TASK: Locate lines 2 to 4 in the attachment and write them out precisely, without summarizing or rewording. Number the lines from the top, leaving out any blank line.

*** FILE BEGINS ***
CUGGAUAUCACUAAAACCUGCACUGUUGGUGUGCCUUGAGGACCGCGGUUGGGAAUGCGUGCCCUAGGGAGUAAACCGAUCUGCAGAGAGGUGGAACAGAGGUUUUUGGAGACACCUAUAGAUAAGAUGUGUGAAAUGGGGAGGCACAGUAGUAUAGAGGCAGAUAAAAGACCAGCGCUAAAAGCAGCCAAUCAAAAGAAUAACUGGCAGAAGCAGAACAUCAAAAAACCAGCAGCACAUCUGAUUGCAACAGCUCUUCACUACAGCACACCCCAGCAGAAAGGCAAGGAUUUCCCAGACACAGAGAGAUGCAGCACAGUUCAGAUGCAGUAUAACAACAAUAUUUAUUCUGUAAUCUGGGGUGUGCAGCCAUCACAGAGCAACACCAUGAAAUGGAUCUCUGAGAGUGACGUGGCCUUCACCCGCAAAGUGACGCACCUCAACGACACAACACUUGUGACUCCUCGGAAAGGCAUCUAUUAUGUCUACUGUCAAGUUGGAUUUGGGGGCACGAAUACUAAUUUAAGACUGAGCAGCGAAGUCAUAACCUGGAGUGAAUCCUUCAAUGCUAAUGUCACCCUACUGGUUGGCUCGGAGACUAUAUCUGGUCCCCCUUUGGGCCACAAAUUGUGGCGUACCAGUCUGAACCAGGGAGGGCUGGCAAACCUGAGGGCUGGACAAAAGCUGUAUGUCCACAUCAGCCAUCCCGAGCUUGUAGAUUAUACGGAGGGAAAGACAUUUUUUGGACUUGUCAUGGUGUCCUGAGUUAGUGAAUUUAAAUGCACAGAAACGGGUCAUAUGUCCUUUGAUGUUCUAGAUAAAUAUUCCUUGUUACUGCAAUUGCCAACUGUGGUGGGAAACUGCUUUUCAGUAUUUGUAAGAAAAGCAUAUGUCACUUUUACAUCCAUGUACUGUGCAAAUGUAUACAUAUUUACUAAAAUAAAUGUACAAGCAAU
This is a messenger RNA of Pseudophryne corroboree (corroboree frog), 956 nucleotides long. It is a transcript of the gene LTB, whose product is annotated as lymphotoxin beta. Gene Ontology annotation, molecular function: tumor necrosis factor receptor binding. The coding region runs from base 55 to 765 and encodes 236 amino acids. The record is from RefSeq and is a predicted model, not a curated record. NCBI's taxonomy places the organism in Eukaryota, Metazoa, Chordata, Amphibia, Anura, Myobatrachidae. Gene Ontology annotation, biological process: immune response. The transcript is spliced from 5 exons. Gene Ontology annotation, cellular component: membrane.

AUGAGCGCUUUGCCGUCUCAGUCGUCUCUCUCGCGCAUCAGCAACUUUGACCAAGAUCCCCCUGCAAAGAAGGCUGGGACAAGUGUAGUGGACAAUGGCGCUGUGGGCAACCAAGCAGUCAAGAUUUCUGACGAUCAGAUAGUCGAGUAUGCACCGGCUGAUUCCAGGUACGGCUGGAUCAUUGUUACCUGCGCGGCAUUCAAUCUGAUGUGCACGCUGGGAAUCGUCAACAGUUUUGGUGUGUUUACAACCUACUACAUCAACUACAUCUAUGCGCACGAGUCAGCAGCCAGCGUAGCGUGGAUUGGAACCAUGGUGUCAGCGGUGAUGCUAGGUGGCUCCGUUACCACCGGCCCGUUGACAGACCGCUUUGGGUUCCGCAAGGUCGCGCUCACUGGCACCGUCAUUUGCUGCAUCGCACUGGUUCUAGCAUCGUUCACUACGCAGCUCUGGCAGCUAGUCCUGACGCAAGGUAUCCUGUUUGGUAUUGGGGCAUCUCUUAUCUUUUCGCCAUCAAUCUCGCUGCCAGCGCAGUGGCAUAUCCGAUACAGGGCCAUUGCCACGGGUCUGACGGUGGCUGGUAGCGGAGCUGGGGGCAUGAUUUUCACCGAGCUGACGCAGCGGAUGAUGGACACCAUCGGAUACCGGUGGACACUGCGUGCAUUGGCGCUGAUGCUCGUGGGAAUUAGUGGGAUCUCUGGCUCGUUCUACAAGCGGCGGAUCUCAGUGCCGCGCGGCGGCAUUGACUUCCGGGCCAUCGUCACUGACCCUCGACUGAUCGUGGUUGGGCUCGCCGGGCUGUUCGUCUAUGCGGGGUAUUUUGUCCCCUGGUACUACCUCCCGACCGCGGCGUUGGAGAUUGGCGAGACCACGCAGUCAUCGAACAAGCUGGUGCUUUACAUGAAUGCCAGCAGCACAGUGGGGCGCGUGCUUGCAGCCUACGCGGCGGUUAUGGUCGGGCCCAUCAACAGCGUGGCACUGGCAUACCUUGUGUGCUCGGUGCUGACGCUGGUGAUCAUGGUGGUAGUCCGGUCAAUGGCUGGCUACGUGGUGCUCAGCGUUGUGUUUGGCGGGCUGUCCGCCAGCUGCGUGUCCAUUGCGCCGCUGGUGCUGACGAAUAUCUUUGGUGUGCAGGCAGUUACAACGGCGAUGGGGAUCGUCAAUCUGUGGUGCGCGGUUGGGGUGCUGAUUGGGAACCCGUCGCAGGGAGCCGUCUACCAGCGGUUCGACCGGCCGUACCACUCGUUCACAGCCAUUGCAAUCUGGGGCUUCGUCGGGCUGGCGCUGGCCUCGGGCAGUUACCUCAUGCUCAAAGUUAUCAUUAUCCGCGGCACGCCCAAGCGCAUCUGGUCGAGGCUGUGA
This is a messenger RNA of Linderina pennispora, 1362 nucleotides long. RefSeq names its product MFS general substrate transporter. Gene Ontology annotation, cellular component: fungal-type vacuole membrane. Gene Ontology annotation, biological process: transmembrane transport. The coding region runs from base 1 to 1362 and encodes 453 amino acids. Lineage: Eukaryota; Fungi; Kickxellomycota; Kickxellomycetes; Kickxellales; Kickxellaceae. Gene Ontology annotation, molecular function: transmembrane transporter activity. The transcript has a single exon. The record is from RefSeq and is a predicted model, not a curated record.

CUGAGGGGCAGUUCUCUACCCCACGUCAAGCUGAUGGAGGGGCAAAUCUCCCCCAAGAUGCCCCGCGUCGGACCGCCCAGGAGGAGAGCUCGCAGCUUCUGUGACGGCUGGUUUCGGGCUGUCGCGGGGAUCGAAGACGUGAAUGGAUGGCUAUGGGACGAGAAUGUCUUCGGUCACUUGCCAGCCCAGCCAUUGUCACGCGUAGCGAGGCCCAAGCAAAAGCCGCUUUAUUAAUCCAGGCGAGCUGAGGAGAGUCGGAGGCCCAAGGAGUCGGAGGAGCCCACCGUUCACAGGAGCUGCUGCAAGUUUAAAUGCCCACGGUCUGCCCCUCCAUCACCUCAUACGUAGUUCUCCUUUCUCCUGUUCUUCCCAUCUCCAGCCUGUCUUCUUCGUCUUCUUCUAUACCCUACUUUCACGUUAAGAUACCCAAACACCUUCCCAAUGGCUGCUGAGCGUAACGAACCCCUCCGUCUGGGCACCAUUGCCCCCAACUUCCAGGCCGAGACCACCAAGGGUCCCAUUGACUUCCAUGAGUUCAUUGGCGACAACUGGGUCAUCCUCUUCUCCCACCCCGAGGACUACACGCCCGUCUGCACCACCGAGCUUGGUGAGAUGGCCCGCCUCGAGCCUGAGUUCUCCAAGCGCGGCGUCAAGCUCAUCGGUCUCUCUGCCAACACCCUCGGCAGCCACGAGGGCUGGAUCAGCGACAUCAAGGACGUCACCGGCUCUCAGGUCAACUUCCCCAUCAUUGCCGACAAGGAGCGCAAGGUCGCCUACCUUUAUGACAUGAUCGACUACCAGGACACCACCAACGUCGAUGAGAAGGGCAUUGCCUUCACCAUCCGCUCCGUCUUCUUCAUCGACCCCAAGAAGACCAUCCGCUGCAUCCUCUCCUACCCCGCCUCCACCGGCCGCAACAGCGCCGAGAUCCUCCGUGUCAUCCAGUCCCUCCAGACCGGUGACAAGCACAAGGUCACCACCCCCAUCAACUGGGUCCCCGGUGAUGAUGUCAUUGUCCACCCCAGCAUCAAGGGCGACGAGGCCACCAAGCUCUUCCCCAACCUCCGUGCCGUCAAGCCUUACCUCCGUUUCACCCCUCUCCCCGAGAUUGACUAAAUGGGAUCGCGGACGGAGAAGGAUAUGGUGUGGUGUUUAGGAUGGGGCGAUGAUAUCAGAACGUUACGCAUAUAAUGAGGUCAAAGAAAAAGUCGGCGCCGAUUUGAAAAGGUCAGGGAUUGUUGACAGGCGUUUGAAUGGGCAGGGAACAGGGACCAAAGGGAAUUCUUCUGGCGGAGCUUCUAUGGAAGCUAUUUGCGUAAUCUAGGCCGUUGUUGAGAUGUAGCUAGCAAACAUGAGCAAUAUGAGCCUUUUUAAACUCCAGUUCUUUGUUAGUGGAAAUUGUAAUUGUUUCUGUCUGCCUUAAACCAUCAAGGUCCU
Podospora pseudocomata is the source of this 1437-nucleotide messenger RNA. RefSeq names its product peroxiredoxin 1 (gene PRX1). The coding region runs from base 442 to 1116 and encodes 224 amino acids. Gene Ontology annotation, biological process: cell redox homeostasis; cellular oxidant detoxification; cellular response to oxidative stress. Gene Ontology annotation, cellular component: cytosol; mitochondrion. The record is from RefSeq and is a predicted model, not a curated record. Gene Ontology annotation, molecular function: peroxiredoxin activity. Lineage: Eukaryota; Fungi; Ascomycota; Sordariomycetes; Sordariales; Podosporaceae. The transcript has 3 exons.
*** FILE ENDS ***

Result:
This is a messenger RNA of Pseudophryne corroboree (corroboree frog), 956 nucleotides long. It is a transcript of the gene LTB, whose product is annotated as lymphotoxin beta. Gene Ontology annotation, molecular function: tumor necrosis factor receptor binding. The coding region runs from base 55 to 765 and encodes 236 amino acids. The record is from RefSeq and is a predicted model, not a curated record. NCBI's taxonomy places the organism in Eukaryota, Metazoa, Chordata, Amphibia, Anura, Myobatrachidae. Gene Ontology annotation, biological process: immune response. The transcript is spliced from 5 exons. Gene Ontology annotation, cellular component: membrane.

AUGAGCGCUUUGCCGUCUCAGUCGUCUCUCUCGCGCAUCAGCAACUUUGACCAAGAUCCCCCUGCAAAGAAGGCUGGGACAAGUGUAGUGGACAAUGGCGCUGUGGGCAACCAAGCAGUCAAGAUUUCUGACGAUCAGAUAGUCGAGUAUGCACCGGCUGAUUCCAGGUACGGCUGGAUCAUUGUUACCUGCGCGGCAUUCAAUCUGAUGUGCACGCUGGGAAUCGUCAACAGUUUUGGUGUGUUUACAACCUACUACAUCAACUACAUCUAUGCGCACGAGUCAGCAGCCAGCGUAGCGUGGAUUGGAACCAUGGUGUCAGCGGUGAUGCUAGGUGGCUCCGUUACCACCGGCCCGUUGACAGACCGCUUUGGGUUCCGCAAGGUCGCGCUCACUGGCACCGUCAUUUGCUGCAUCGCACUGGUUCUAGCAUCGUUCACUACGCAGCUCUGGCAGCUAGUCCUGACGCAAGGUAUCCUGUUUGGUAUUGGGGCAUCUCUUAUCUUUUCGCCAUCAAUCUCGCUGCCAGCGCAGUGGCAUAUCCGAUACAGGGCCAUUGCCACGGGUCUGACGGUGGCUGGUAGCGGAGCUGGGGGCAUGAUUUUCACCGAGCUGACGCAGCGGAUGAUGGACACCAUCGGAUACCGGUGGACACUGCGUGCAUUGGCGCUGAUGCUCGUGGGAAUUAGUGGGAUCUCUGGCUCGUUCUACAAGCGGCGGAUCUCAGUGCCGCGCGGCGGCAUUGACUUCCGGGCCAUCGUCACUGACCCUCGACUGAUCGUGGUUGGGCUCGCCGGGCUGUUCGUCUAUGCGGGGUAUUUUGUCCCCUGGUACUACCUCCCGACCGCGGCGUUGGAGAUUGGCGAGACCACGCAGUCAUCGAACAAGCUGGUGCUUUACAUGAAUGCCAGCAGCACAGUGGGGCGCGUGCUUGCAGCCUACGCGGCGGUUAUGGUCGGGCCCAUCAACAGCGUGGCACUGGCAUACCUUGUGUGCUCGGUGCUGACGCUGGUGAUCAUGGUGGUAGUCCGGUCAAUGGCUGGCUACGUGGUGCUCAGCGUUGUGUUUGGCGGGCUGUCCGCCAGCUGCGUGUCCAUUGCGCCGCUGGUGCUGACGAAUAUCUUUGGUGUGCAGGCAGUUACAACGGCGAUGGGGAUCGUCAAUCUGUGGUGCGCGGUUGGGGUGCUGAUUGGGAACCCGUCGCAGGGAGCCGUCUACCAGCGGUUCGACCGGCCGUACCACUCGUUCACAGCCAUUGCAAUCUGGGGCUUCGUCGGGCUGGCGCUGGCCUCGGGCAGUUACCUCAUGCUCAAAGUUAUCAUUAUCCGCGGCACGCCCAAGCGCAUCUGGUCGAGGCUGUGA
This is a messenger RNA of Linderina pennispora, 1362 nucleotides long. RefSeq names its product MFS general substrate transporter. Gene Ontology annotation, cellular component: fungal-type vacuole membrane. Gene Ontology annotation, biological process: transmembrane transport. The coding region runs from base 1 to 1362 and encodes 453 amino acids. Lineage: Eukaryota; Fungi; Kickxellomycota; Kickxellomycetes; Kickxellales; Kickxellaceae. Gene Ontology annotation, molecular function: transmembrane transporter activity. The transcript has a single exon. The record is from RefSeq and is a predicted model, not a curated record.